Both use hash tables instead of linear tables for translation. This makes the table sizes independent of any physical memory attribute; the size can be adjusted for the best tradeoff with performance. AFTL uses one fine-grained hash table and one coarse-grained hash table. This gets a little hairy, so stick with me folks. To begin with, a coarse-grained approach is used. But when the replacement block fills up, it isn’t recycled right away. The theory is that any of the valid data in the replacement block is probably frequently-used data, so pointers to it are put in the fine-grained table, and the block is left alone. Subsequent reads of that data will go through the fine-grained table and will happen much more quickly. Meanwhile, the primary block remains in place, with, for the moment, no replacement block – speeding up reads from the primary block, since no replacement block has to be scanned. Of course, when another write happens to data in the primary block, then a new replacement block is allocated, but without erasing the primary block, so better usage can be made of the primary block.
In this manner, data that started out being addressed through the coarse-grained approach is switched to fine-grained. This can happen until the fine-grained table fills up. And here’s where we start borrowing from conventional memory caching techniques. A double-linked least-recently-used (LRU) list is maintained so that when the fine-grained table is full, the oldest data can be put back into the coarse-grained table. This means rewriting it (using the normal approach) and then nullifying the page pointed to by the fine-grained table.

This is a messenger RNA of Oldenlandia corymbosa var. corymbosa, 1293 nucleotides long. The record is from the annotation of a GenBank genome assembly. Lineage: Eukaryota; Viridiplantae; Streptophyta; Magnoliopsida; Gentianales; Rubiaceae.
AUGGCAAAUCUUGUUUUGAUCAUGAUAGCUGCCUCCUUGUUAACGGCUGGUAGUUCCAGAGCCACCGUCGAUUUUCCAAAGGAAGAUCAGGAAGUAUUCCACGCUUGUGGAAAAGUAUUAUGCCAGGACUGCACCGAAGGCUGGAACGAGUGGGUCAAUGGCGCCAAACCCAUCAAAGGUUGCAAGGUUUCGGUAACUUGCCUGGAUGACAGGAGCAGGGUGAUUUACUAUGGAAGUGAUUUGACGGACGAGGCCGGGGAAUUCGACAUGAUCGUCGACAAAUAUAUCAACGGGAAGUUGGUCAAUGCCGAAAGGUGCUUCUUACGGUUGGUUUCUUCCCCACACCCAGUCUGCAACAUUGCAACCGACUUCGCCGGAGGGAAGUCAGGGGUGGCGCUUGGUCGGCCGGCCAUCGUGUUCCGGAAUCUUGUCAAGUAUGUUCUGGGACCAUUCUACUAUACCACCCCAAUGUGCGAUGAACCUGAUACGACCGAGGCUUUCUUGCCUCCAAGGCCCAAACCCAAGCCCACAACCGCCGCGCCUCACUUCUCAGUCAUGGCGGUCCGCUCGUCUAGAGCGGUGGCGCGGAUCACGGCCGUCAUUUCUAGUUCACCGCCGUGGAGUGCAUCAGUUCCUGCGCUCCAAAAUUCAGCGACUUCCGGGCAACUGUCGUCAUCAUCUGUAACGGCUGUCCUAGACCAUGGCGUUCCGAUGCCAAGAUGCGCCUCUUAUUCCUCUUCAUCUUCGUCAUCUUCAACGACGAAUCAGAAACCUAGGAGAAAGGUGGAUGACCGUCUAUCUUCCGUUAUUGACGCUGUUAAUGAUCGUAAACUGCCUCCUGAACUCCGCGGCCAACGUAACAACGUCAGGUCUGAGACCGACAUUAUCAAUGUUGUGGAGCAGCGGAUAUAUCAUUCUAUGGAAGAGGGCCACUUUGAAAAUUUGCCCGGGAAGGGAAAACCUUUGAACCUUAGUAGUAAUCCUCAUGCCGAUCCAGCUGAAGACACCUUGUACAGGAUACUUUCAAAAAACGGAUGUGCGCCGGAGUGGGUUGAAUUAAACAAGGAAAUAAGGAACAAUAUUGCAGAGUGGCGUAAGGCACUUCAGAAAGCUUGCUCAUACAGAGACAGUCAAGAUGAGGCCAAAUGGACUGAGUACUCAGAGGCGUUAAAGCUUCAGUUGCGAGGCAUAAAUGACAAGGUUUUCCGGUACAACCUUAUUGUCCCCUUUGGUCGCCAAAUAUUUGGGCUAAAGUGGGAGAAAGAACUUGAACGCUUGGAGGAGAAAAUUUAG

In other words, when a coarse-grained replacement table is full, valid data is switched to the fine-grained approach. When the fine-grained table is full, then the oldest data is switched back to the coarse-grained approach. There’s overhead in all of this, but the intent is that there’s less overhead than in the plain-old coarse-grained approach.
The CFTL idea takes this one step further. Instead of one fine-grained table, there are two fine-grained tables: a short one for the most frequently accessed pages and a longer one for the next-most frequently accessed pages. “Clustered” hash tables are used, reducing the need for doubly-linked lists (and their attendant pointer storage). But along with the location information, the tables store hit counts and not-recently-used (NRU) information. When data is accessed in the coarse-grained table, the hit count is updated and, if it goes over a threshold, the data is moved into the long fine-grained table. If its hit count there goes over another threshold, it’s promoted to the short fine-grained table.
The NRU status is made up of a couple of bits indicating whether a page has been read or written to recently, as determined by a timer. If not, the page can be demoted back into the coarse-grained world. The details on all of this (hashing schemes, promotion and demotion thresholds, not to mention overall wear-leveling policies) get kind of mind-numbing, and I defer it to minds less numb than my own.
CFTL also does a couple other things. First, it keeps track of “continuity” in the coarse-grained hash table: when contiguous memory is stored, the first page can be put in the table along with the number of contiguous following pages so that each page doesn’t have to be explicitly tagged in the table, thus reducing the size of the table. Pre-fetching is also provided: when data from a contiguous set is requested, the entire “bucket” of data is pre-fetched so that, in the case where the next request is for a related piece of data, it’s already been fetched and can be accessed much more quickly.
So… in case you were getting bored with the standard old ways of managing Flash data, there are plenty of head-spinning new ideas to keep your neurons fresh and engaged. At about this point, my neurons haven’t been appropriately wear-leveled and are starting to show signs of data retention failure and random firing. Time to go see whether brain function relocation works as well as Flash block recycling.
One thought on “Maximizing Flash Lifetimes”
This article appeared in 2012. Macronix was annealing flash to extend it’s life.
Does anyone know whether it has been commercialised yet? or Licensed out?